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Albert Peiret, Francisco González, József Kövecses, and Marek Teichmann (February 24, 2020). "Co-Simulation of Multibody Systems With Contact Using Reduced Interface Models." ASME. J. Comput. Nonlinear Dynam. April 2020; 15(4): 041001. https://doi.org/10.1115/1.4046052
Co-simulation techniques enable the coupling of models of physically diverse subsystems in an efficient and modular way. Communication between subsystems takes place at discrete time points and is limited to a given set of coupling variables, while the internal details of the subsystems remain undisclosed, and are generally not accessible to the rest of the simulation environment. This can lead to the instability in non-iterative co-simulation that is commonly used in real-time applications. The stability of the simulation in these cases can be enhanced using reduced, effective models of one or more subsystems. These reduced models provide physically meaningful information to the other subsystems between communication points. This work describes such interface models and their application in co-simulation for nonsmooth mechanical systems subjected to unilateral contact and friction. The performance of the proposed approach is shown in some challenging examples of non-iterative, multirate co-simulation interfacing mechanical and hydraulic subsystems. The use of an interface model improves stability and allows for larger integration step-sizes, thus resulting in more efficient simulation.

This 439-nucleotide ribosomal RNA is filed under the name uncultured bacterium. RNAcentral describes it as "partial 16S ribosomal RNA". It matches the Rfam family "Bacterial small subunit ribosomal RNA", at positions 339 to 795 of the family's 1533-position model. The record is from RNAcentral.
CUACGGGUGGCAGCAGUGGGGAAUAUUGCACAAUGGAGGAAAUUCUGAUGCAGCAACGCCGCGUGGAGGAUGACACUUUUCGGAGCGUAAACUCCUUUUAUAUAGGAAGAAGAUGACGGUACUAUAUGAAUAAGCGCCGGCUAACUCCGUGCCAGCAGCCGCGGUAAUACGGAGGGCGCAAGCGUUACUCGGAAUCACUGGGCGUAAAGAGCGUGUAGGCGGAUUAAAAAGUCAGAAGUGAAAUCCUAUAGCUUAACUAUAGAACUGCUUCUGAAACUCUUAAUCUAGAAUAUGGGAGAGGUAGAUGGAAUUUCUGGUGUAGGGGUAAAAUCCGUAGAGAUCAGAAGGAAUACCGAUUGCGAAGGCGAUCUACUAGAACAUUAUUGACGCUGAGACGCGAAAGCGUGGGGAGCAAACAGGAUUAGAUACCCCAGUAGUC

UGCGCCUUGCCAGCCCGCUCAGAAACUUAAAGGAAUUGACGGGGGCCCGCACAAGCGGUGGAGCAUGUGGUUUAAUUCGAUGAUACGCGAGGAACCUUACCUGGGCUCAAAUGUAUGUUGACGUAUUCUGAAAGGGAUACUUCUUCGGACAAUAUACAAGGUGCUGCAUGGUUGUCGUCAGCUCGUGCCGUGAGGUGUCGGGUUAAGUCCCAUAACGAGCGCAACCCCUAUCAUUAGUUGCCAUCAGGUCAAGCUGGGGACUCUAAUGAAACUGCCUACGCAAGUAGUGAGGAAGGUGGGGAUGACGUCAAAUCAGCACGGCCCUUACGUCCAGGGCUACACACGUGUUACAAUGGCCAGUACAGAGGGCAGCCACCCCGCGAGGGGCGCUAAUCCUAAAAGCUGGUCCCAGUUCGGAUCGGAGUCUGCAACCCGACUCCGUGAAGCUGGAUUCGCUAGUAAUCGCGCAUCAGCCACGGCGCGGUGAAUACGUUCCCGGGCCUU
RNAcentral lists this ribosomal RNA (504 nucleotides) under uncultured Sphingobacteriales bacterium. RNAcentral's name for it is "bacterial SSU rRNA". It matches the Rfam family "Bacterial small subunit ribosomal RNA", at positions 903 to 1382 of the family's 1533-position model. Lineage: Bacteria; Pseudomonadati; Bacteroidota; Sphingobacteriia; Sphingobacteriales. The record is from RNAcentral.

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Exact Nonlinear Dynamic Analysis of a Beam With a Nonlinear Vibration Absorber and With Various Boundary Conditions
Mohammad Bukhari and Oumar Barry (November 11, 2019). "Exact Nonlinear Dynamic Analysis of a Beam With a Nonlinear Vibration Absorber and With Various Boundary Conditions." ASME. J. Comput. Nonlinear Dynam. January 2020; 15(1): 011003. https://doi.org/10.1115/1.4045287
Beams are the basic component of many engineering applications. They are used in bridges, overhead transmission lines, pipelines, sensors, aircraft structures, and many others. To ensure safety and proper function, vibrations of beams need to be investigated for better prediction of the system dynamical response. When the vibration amplitude is small, linear theory can predict the response accurately. However, when the vibration amplitude becomes larger, nonlinearity must be considered to avoid erroneous results. This work investigates the nonlinear vibration of a beam with attached Nonlinear Vibration Absorber (NVA) consisting of a spring-mass system). The considered nonlinearity stems from mid-plane stretching due to immovable boundary conditions and from the nonlinear stiffness in the NVA. In addition, different types of immovable boundary are investigated. For weak nonlinearity, an approximate analytical solution is derived using the method of multiple scales. These analytical results are validated using direct numerical integration. Parametric studies demonstrate that the performance of the NVA does not only depend on its key design variables and location, but also on the beam boundary conditions, midplane stretching of the beam, and NVA configuration (i.e., grounded versus ungrounded). Our analysis also indicates that the common approach of employing approximate modes in estimating the nonlinear response of a loaded beam produces significant error, up to 1200% in some cases. These findings could contribute to the design improvement of NVAs, microelectromechanical systems (MEMS), energy harvesters, and metastructures.